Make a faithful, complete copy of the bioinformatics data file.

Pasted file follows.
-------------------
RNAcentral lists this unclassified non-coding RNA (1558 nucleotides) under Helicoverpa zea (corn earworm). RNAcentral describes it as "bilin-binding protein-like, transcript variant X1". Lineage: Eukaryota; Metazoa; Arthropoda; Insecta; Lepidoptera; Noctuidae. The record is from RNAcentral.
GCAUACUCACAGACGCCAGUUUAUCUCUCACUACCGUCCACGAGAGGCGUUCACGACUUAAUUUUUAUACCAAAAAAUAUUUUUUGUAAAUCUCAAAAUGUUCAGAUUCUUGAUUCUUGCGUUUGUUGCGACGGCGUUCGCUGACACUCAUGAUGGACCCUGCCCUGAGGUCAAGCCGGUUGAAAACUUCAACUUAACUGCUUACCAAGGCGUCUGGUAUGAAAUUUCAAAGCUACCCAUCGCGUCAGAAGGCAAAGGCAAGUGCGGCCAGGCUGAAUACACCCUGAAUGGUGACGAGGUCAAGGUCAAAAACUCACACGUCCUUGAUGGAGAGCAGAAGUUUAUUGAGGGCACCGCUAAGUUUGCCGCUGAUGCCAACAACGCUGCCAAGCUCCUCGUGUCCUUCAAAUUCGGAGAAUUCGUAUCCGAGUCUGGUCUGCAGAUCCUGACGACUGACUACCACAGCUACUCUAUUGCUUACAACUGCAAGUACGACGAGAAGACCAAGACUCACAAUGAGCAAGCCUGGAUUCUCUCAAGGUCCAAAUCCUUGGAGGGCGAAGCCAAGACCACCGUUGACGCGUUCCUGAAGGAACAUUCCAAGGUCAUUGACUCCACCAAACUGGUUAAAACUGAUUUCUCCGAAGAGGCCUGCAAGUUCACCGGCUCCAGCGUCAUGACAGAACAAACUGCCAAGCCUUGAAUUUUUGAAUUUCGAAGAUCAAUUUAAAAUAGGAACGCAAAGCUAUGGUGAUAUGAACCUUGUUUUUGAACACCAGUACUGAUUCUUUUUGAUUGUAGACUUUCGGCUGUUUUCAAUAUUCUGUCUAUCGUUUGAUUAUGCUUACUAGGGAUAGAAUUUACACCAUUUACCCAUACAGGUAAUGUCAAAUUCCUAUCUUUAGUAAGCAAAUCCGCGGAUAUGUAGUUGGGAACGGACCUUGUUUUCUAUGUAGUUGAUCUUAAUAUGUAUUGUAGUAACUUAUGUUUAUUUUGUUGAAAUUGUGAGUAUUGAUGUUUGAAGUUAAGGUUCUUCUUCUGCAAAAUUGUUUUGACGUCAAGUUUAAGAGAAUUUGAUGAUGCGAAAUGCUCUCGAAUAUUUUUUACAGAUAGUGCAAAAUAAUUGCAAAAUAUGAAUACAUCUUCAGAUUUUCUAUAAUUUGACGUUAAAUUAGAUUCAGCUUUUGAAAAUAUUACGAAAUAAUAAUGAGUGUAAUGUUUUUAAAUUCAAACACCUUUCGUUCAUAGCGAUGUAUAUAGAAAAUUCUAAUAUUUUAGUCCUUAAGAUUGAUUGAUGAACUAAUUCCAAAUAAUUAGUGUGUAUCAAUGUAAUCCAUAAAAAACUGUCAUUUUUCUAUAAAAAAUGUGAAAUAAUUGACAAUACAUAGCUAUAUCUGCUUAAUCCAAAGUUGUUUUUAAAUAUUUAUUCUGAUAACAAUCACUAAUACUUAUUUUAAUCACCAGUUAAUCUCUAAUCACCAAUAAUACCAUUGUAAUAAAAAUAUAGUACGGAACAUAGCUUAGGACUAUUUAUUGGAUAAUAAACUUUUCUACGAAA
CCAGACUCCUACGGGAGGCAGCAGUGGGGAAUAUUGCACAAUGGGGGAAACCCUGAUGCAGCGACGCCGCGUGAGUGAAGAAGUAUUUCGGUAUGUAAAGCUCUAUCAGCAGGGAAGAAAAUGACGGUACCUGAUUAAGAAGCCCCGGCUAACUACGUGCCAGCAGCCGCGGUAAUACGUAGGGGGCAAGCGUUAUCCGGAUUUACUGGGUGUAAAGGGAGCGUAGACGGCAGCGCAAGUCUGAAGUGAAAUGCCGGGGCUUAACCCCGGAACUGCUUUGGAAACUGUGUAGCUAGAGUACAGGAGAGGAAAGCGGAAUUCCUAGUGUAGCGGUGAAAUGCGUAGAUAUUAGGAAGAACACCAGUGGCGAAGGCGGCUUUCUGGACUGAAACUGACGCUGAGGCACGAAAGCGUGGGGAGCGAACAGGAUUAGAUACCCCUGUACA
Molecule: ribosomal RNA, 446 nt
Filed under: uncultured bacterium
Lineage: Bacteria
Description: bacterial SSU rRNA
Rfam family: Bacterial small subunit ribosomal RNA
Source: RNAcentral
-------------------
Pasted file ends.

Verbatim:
RNAcentral lists this unclassified non-coding RNA (1558 nucleotides) under Helicoverpa zea (corn earworm). RNAcentral describes it as "bilin-binding protein-like, transcript variant X1". Lineage: Eukaryota; Metazoa; Arthropoda; Insecta; Lepidoptera; Noctuidae. The record is from RNAcentral.
GCAUACUCACAGACGCCAGUUUAUCUCUCACUACCGUCCACGAGAGGCGUUCACGACUUAAUUUUUAUACCAAAAAAUAUUUUUUGUAAAUCUCAAAAUGUUCAGAUUCUUGAUUCUUGCGUUUGUUGCGACGGCGUUCGCUGACACUCAUGAUGGACCCUGCCCUGAGGUCAAGCCGGUUGAAAACUUCAACUUAACUGCUUACCAAGGCGUCUGGUAUGAAAUUUCAAAGCUACCCAUCGCGUCAGAAGGCAAAGGCAAGUGCGGCCAGGCUGAAUACACCCUGAAUGGUGACGAGGUCAAGGUCAAAAACUCACACGUCCUUGAUGGAGAGCAGAAGUUUAUUGAGGGCACCGCUAAGUUUGCCGCUGAUGCCAACAACGCUGCCAAGCUCCUCGUGUCCUUCAAAUUCGGAGAAUUCGUAUCCGAGUCUGGUCUGCAGAUCCUGACGACUGACUACCACAGCUACUCUAUUGCUUACAACUGCAAGUACGACGAGAAGACCAAGACUCACAAUGAGCAAGCCUGGAUUCUCUCAAGGUCCAAAUCCUUGGAGGGCGAAGCCAAGACCACCGUUGACGCGUUCCUGAAGGAACAUUCCAAGGUCAUUGACUCCACCAAACUGGUUAAAACUGAUUUCUCCGAAGAGGCCUGCAAGUUCACCGGCUCCAGCGUCAUGACAGAACAAACUGCCAAGCCUUGAAUUUUUGAAUUUCGAAGAUCAAUUUAAAAUAGGAACGCAAAGCUAUGGUGAUAUGAACCUUGUUUUUGAACACCAGUACUGAUUCUUUUUGAUUGUAGACUUUCGGCUGUUUUCAAUAUUCUGUCUAUCGUUUGAUUAUGCUUACUAGGGAUAGAAUUUACACCAUUUACCCAUACAGGUAAUGUCAAAUUCCUAUCUUUAGUAAGCAAAUCCGCGGAUAUGUAGUUGGGAACGGACCUUGUUUUCUAUGUAGUUGAUCUUAAUAUGUAUUGUAGUAACUUAUGUUUAUUUUGUUGAAAUUGUGAGUAUUGAUGUUUGAAGUUAAGGUUCUUCUUCUGCAAAAUUGUUUUGACGUCAAGUUUAAGAGAAUUUGAUGAUGCGAAAUGCUCUCGAAUAUUUUUUACAGAUAGUGCAAAAUAAUUGCAAAAUAUGAAUACAUCUUCAGAUUUUCUAUAAUUUGACGUUAAAUUAGAUUCAGCUUUUGAAAAUAUUACGAAAUAAUAAUGAGUGUAAUGUUUUUAAAUUCAAACACCUUUCGUUCAUAGCGAUGUAUAUAGAAAAUUCUAAUAUUUUAGUCCUUAAGAUUGAUUGAUGAACUAAUUCCAAAUAAUUAGUGUGUAUCAAUGUAAUCCAUAAAAAACUGUCAUUUUUCUAUAAAAAAUGUGAAAUAAUUGACAAUACAUAGCUAUAUCUGCUUAAUCCAAAGUUGUUUUUAAAUAUUUAUUCUGAUAACAAUCACUAAUACUUAUUUUAAUCACCAGUUAAUCUCUAAUCACCAAUAAUACCAUUGUAAUAAAAAUAUAGUACGGAACAUAGCUUAGGACUAUUUAUUGGAUAAUAAACUUUUCUACGAAA
CCAGACUCCUACGGGAGGCAGCAGUGGGGAAUAUUGCACAAUGGGGGAAACCCUGAUGCAGCGACGCCGCGUGAGUGAAGAAGUAUUUCGGUAUGUAAAGCUCUAUCAGCAGGGAAGAAAAUGACGGUACCUGAUUAAGAAGCCCCGGCUAACUACGUGCCAGCAGCCGCGGUAAUACGUAGGGGGCAAGCGUUAUCCGGAUUUACUGGGUGUAAAGGGAGCGUAGACGGCAGCGCAAGUCUGAAGUGAAAUGCCGGGGCUUAACCCCGGAACUGCUUUGGAAACUGUGUAGCUAGAGUACAGGAGAGGAAAGCGGAAUUCCUAGUGUAGCGGUGAAAUGCGUAGAUAUUAGGAAGAACACCAGUGGCGAAGGCGGCUUUCUGGACUGAAACUGACGCUGAGGCACGAAAGCGUGGGGAGCGAACAGGAUUAGAUACCCCUGUACA
Molecule: ribosomal RNA, 446 nt
Filed under: uncultured bacterium
Lineage: Bacteria
Description: bacterial SSU rRNA
Rfam family: Bacterial small subunit ribosomal RNA
Source: RNAcentral